Now, you might say that since we are not throwing people in jail, just telling people your experience with a jerky guy is okay. And on some level I agree. We cannot make every complaint or argument follow the legal code of justice. I should be allowed to call my boss a jerk without following due process. But I would argue that the way we are doing #MeToo this goes beyond normal complaining about each other. This has moved into a situation where there is true damage being done to the accused. I cannot imagine going from universally loved (think Woody Allen, Garrison Keiler, or.... Placido Domingo) to being universally hated with my career destroyed. It would be horrible. It would especially be horrible if I was innocent of the thing I was accused of. I think that for some of these men, they might prefer death to having their reputation destroyed. Many people live their lives with their legacy in mind. They would rather die early than destroy it. So, on some level, #MeToo is giving people a fate worse than death with no due process. It is destroying careers, reputations, and lives..... without any of the normal and just protections that exist within the legal code.
It is injustice with giant consequences for those being treated unfairly.
Now. I should close by stating something obvious. I have many women in my life that I love deeply. The idea of them being abused or harassed makes me sick. Many of the accusations that have come up in this #MeToo era describe real problematic behavior and if the men actually did these things they acted immorally, cruelly, and often illegally.
But arguing for due process does not signal approval of the crime described in the accusation. I don't think that we should throw people in jail for murder without a trial. That does not make me accepting of murder. I think that accused terrorists should have the presumption of innocence. That does not make me accepting of terrorism. And I think that the way that #MeToo has brought accusations and destroyed lives without any sort of a due process is terrible. That does not make me accepting of harassment, assault, or rape. Those are all terrible things and if you are doing those you should be ashamed and punished to the fullest extent of the law.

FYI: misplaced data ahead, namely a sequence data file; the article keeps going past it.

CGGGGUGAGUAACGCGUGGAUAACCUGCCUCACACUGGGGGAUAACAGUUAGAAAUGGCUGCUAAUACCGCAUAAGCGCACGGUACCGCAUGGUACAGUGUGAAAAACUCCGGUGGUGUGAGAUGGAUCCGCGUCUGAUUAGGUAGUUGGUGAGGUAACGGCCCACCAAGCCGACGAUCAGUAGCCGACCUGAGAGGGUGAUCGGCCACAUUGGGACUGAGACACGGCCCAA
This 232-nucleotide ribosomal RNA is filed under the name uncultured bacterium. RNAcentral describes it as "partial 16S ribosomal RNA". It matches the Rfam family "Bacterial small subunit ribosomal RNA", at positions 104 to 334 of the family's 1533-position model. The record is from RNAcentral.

It may be that Placido Domingo is a jerk who sexually harassed women. But I am not going to think of him that way. Not based on the accusations alone. If there are accusations that are recent that constitute actual crimes (or ethics violations within whatever organizations he works for), then I would encourage a fair and ordered investigation by the appropriate authorities. And before any concerts are cancelled or anyone dismiss him as a human being, both sides of the story should be heard fully. And if it is hard to tell who did what, then the presumption of innocence should continue.
#MeToo has created a which hunt. Without trial men are being accused and then punished. This is obviously bad for men. But it is also bad for women. All the women I know have important men in their lives. Husbands, fathers, sons, brothers, and friends. All these women would not want their loved ones destroyed by a false accusation from 30 years ago. Further, most women I know do not think that it is healthy for romance or life to have men afraid to ask a woman out or go in for a kiss at the end of a date. A world in which that action could bring severe consequences down the road, will certainly create that fear.
Finally, many will argue that, despite the possible downsides, #MeToo has brought some much needed attention to mistreatment of women in the world. That is possible. But I am not as convinced as some on that front. I was taught since I was a kid not to rape, grope, or abuse. I can remember the Clarence Thomas hearing from the 1990s in which the whole nation was taught about workplace harassment in graphic terms. I think we already knew the lessons of #MeToo. Maybe it has made men more afraid than before. That is almost certainly true. But I am not sure that achieving a state of fear is a healthy objective of any social campaign.